We all know many ancient religions were founded on wisdom provided by psychedelic experience. What you may not realize, however, is that there are still religions based on sacramental mind-expansion. For the January, 1990 issue of High Times, we sent intrepid psychedelic adventurer Peter Gorman to find out what was happening on the fringes of faith.
Droning music plays on an old boom box. Over it, dubbed onto the tape, someone reads scripture. Michael, just 22 or 23, with straight brown hair nearly down to his waist, lights the raspberry leaves he’s put in the hookah bowl. I suck the white-smoke sacrament and put the mouthpiece down.
I have no idea how high I will get and worry about that. I worry, too, because I am with a stranger and have no idea whether or not this is the right stranger to be getting high with. The whole scene is a little shaky: I’m in a New York City tenement, sitting on the floor beneath a loft bed, smoking a bowl of raspberry leaves which are covered with a psychotropic substance I’ve never heard of, listening to religious scripture with an avowed apostle of the Lord, one who has explained to me that I am a sinner for not accepting Jesus as my savior, and the white smoke as Jesus. It’s not the most conducive setting in which to experiment with the stability of my mind. Still, here I am, holding onto that smoke until I know nothing will escape when I open my mouth and gulp a fresh lungful of air.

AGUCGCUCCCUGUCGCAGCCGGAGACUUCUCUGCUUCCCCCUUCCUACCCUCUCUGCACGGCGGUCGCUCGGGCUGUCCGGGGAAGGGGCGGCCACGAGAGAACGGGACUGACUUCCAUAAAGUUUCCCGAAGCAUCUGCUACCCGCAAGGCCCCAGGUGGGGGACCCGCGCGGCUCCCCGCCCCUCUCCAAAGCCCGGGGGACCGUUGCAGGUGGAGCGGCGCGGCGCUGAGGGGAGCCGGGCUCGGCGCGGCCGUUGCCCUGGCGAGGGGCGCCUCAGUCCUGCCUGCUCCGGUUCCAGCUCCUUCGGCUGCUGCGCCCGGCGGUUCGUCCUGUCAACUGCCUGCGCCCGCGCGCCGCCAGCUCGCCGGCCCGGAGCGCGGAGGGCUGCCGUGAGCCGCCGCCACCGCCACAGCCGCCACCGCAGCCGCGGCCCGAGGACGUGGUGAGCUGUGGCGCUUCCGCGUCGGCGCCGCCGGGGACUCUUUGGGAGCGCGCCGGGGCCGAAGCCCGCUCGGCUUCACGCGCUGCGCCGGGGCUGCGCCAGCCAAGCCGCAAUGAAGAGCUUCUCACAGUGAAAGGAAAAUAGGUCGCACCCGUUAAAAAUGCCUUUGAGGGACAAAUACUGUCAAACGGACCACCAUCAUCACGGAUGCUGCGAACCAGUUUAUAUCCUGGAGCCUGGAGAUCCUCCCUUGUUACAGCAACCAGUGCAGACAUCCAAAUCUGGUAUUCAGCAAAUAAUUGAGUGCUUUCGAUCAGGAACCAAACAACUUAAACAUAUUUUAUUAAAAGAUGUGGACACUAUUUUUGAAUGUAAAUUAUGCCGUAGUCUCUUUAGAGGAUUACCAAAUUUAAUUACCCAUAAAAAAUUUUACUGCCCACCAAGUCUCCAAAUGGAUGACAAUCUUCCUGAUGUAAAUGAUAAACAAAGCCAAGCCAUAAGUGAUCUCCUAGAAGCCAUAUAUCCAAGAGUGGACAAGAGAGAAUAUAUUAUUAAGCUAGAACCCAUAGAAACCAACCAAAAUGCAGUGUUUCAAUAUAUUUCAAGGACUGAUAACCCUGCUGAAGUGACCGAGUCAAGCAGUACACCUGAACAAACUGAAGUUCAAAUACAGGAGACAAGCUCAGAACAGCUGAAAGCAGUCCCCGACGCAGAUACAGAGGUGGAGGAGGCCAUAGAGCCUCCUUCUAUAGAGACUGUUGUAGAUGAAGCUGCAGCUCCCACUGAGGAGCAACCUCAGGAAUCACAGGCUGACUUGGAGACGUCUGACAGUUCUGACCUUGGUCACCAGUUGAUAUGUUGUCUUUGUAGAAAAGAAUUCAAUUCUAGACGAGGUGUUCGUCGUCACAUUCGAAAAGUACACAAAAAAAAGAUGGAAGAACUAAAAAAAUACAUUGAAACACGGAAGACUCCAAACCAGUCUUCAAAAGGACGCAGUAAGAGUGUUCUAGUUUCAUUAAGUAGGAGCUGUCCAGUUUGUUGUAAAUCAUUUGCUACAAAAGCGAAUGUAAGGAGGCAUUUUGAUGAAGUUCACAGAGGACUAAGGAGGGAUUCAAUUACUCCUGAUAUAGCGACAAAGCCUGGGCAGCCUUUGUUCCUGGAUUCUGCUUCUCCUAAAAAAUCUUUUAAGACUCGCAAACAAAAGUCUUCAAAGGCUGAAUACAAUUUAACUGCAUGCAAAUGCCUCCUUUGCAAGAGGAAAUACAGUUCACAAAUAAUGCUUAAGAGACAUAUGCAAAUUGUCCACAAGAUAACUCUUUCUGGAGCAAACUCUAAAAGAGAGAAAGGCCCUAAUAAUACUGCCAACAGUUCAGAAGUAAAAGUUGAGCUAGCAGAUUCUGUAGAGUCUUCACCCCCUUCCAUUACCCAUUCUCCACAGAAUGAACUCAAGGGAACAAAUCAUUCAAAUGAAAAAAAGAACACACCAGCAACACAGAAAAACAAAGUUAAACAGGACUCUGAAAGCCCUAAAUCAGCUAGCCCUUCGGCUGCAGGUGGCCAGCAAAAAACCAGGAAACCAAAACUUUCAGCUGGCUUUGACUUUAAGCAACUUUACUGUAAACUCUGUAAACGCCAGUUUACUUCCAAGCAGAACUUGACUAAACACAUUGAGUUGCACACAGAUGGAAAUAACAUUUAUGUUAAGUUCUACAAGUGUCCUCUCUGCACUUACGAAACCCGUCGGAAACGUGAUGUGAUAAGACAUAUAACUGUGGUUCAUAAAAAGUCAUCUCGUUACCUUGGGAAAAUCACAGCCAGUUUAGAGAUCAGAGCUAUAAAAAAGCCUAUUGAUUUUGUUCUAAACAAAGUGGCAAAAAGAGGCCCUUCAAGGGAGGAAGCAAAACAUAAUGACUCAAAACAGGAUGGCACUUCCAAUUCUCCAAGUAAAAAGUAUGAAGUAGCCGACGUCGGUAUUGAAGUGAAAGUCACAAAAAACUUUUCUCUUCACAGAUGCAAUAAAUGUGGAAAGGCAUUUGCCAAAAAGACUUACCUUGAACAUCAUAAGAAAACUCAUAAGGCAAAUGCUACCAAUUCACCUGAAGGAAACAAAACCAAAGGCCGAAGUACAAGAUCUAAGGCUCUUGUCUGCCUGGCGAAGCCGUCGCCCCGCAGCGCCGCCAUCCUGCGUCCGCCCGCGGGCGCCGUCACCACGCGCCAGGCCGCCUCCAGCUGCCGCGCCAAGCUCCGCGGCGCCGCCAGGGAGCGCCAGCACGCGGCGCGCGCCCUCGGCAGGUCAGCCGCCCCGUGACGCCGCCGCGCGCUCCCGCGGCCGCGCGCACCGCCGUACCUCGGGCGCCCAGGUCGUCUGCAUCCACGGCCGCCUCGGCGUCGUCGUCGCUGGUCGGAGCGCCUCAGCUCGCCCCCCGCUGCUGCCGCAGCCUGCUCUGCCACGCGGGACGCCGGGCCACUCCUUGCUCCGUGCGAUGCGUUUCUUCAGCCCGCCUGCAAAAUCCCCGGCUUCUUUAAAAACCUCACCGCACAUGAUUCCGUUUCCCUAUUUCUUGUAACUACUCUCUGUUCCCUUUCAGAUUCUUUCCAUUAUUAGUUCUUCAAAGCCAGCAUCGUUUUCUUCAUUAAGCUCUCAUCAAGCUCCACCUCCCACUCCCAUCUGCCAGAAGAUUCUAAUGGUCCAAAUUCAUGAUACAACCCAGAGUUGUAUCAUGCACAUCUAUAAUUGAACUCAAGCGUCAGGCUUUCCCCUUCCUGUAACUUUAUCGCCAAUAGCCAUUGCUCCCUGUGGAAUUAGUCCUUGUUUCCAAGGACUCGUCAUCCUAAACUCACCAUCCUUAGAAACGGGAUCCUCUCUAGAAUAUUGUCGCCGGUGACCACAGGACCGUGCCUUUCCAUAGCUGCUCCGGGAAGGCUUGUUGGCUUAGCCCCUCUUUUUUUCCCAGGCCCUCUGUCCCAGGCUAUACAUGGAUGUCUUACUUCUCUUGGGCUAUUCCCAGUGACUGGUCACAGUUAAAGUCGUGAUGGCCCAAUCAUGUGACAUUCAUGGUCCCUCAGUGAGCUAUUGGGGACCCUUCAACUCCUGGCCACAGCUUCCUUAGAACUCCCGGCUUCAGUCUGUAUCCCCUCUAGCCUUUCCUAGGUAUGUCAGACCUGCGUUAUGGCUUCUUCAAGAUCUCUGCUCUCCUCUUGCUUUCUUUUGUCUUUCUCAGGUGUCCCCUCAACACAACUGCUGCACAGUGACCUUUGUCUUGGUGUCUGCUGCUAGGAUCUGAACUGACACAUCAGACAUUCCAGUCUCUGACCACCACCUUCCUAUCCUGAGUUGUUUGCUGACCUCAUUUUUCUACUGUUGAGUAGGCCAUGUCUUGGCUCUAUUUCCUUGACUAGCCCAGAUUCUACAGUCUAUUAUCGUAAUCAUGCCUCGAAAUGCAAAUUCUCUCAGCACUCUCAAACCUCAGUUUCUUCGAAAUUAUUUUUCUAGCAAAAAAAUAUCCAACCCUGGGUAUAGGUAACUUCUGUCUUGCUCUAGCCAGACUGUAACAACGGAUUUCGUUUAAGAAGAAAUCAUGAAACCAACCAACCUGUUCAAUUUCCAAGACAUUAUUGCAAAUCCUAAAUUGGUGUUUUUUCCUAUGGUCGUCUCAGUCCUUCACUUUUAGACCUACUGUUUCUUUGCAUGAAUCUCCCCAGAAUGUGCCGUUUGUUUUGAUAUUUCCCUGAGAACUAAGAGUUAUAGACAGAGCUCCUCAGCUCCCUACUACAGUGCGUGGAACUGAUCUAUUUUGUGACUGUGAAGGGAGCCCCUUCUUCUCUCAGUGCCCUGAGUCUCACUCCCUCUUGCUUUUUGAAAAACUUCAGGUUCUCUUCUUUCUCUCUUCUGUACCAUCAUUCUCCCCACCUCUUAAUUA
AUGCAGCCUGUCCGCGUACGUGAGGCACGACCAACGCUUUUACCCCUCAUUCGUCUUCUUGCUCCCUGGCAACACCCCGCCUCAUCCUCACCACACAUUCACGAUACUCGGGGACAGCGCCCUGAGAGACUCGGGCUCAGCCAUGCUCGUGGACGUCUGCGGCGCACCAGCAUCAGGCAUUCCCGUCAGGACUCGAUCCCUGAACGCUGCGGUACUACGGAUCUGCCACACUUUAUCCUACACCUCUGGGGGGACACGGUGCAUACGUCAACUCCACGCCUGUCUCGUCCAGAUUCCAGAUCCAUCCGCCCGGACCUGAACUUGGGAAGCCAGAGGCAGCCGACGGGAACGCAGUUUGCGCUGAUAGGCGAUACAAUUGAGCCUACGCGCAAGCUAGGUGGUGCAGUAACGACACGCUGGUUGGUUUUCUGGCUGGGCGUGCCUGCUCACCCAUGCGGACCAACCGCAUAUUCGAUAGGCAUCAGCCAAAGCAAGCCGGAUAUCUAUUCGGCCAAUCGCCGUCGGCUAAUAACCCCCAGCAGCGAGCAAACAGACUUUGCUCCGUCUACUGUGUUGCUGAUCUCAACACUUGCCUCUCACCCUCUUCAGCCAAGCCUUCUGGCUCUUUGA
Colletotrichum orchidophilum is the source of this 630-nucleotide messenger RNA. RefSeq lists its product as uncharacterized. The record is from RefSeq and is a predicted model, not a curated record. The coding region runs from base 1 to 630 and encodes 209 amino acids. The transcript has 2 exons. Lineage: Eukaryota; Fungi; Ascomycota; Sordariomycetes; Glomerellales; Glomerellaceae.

The high is instant and hard. No warning, no intimation, just swallow and peak. Suddenly, my worries disappear and I’m warm and sitting in West Virginia and it is 1971….
I’d just returned to the East Coast from months of hitch-hiking out West, to Norman’s house in Sugar Grove, and it was Ellen’s birthday and the three of us had planned on tripping together and when Ellen decided she didn’t want to and walked off into the woods to make love with Norman I ate all three hits of windowpane and for the first time ever it was a large enough dose of acid to turn me inside out. Up on the ridge the trees started dancing and I felt them moving inside me. I felt the ground breathing with my breath. I spoke—in a way I couldn’t identify—with the insects, warning them off with reminders that I was their brother.
The rain pounded, drumming in my blood, and I was Earth and Air and Goodness and Light and everything made sense in a way I’d never dreamed it could. I glimpsed the holistic system of things and communed with divinity and understood the life-force and how it was in all things, even in those things which we don’t think have it, like rocks—oh, how they were filled with life!—and when the rain told me to get in out of it, that it was about to let loose a violent storm full of lightning and thunder, that’s what I did, and there, on cue, in the main room of the little farm house someone had put Richard Alpert’s Be Here Now, right out in the middle of things and I read and understood and knew what being here—here in the minute, in the page, in the letters, in all things at all times, in history and in stone and in the lightning banging at the house—knew what that meant and that it was a truth I’d keep forever.